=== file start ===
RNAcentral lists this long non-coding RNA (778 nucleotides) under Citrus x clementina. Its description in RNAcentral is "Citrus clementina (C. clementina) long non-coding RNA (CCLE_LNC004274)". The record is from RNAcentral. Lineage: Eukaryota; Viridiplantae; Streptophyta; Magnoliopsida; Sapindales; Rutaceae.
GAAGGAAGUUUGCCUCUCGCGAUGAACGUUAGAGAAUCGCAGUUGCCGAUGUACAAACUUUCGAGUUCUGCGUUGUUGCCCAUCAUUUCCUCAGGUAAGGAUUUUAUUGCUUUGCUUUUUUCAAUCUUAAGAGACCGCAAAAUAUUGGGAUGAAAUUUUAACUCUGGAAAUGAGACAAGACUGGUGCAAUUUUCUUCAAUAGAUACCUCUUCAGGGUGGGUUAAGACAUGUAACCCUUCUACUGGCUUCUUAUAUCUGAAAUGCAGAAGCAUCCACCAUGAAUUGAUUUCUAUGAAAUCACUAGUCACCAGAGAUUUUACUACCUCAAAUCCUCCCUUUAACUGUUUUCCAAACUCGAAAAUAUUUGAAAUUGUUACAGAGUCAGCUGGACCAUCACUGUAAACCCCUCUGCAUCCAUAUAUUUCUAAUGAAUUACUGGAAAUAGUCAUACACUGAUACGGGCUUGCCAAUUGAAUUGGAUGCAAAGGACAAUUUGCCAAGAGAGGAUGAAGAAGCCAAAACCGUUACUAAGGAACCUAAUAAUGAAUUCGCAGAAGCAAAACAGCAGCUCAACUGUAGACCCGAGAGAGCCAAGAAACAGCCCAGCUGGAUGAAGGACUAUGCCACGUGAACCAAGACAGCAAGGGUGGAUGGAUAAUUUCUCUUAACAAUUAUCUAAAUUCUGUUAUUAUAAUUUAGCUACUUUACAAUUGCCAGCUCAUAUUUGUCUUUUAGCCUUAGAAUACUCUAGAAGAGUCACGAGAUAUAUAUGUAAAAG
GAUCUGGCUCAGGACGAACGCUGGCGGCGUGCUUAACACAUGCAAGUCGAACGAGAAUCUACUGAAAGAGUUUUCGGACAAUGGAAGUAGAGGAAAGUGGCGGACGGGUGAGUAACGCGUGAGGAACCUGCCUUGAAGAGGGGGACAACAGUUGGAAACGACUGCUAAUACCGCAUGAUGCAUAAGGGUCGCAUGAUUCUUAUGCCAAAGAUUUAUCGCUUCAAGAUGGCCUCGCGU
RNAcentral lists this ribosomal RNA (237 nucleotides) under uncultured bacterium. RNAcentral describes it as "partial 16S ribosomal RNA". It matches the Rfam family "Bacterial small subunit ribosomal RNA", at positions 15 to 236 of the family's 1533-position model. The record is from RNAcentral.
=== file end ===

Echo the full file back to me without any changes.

RNAcentral lists this long non-coding RNA (778 nucleotides) under Citrus x clementina. Its description in RNAcentral is "Citrus clementina (C. clementina) long non-coding RNA (CCLE_LNC004274)". The record is from RNAcentral. Lineage: Eukaryota; Viridiplantae; Streptophyta; Magnoliopsida; Sapindales; Rutaceae.
GAAGGAAGUUUGCCUCUCGCGAUGAACGUUAGAGAAUCGCAGUUGCCGAUGUACAAACUUUCGAGUUCUGCGUUGUUGCCCAUCAUUUCCUCAGGUAAGGAUUUUAUUGCUUUGCUUUUUUCAAUCUUAAGAGACCGCAAAAUAUUGGGAUGAAAUUUUAACUCUGGAAAUGAGACAAGACUGGUGCAAUUUUCUUCAAUAGAUACCUCUUCAGGGUGGGUUAAGACAUGUAACCCUUCUACUGGCUUCUUAUAUCUGAAAUGCAGAAGCAUCCACCAUGAAUUGAUUUCUAUGAAAUCACUAGUCACCAGAGAUUUUACUACCUCAAAUCCUCCCUUUAACUGUUUUCCAAACUCGAAAAUAUUUGAAAUUGUUACAGAGUCAGCUGGACCAUCACUGUAAACCCCUCUGCAUCCAUAUAUUUCUAAUGAAUUACUGGAAAUAGUCAUACACUGAUACGGGCUUGCCAAUUGAAUUGGAUGCAAAGGACAAUUUGCCAAGAGAGGAUGAAGAAGCCAAAACCGUUACUAAGGAACCUAAUAAUGAAUUCGCAGAAGCAAAACAGCAGCUCAACUGUAGACCCGAGAGAGCCAAGAAACAGCCCAGCUGGAUGAAGGACUAUGCCACGUGAACCAAGACAGCAAGGGUGGAUGGAUAAUUUCUCUUAACAAUUAUCUAAAUUCUGUUAUUAUAAUUUAGCUACUUUACAAUUGCCAGCUCAUAUUUGUCUUUUAGCCUUAGAAUACUCUAGAAGAGUCACGAGAUAUAUAUGUAAAAG
GAUCUGGCUCAGGACGAACGCUGGCGGCGUGCUUAACACAUGCAAGUCGAACGAGAAUCUACUGAAAGAGUUUUCGGACAAUGGAAGUAGAGGAAAGUGGCGGACGGGUGAGUAACGCGUGAGGAACCUGCCUUGAAGAGGGGGACAACAGUUGGAAACGACUGCUAAUACCGCAUGAUGCAUAAGGGUCGCAUGAUUCUUAUGCCAAAGAUUUAUCGCUUCAAGAUGGCCUCGCGU
RNAcentral lists this ribosomal RNA (237 nucleotides) under uncultured bacterium. RNAcentral describes it as "partial 16S ribosomal RNA". It matches the Rfam family "Bacterial small subunit ribosomal RNA", at positions 15 to 236 of the family's 1533-position model. The record is from RNAcentral.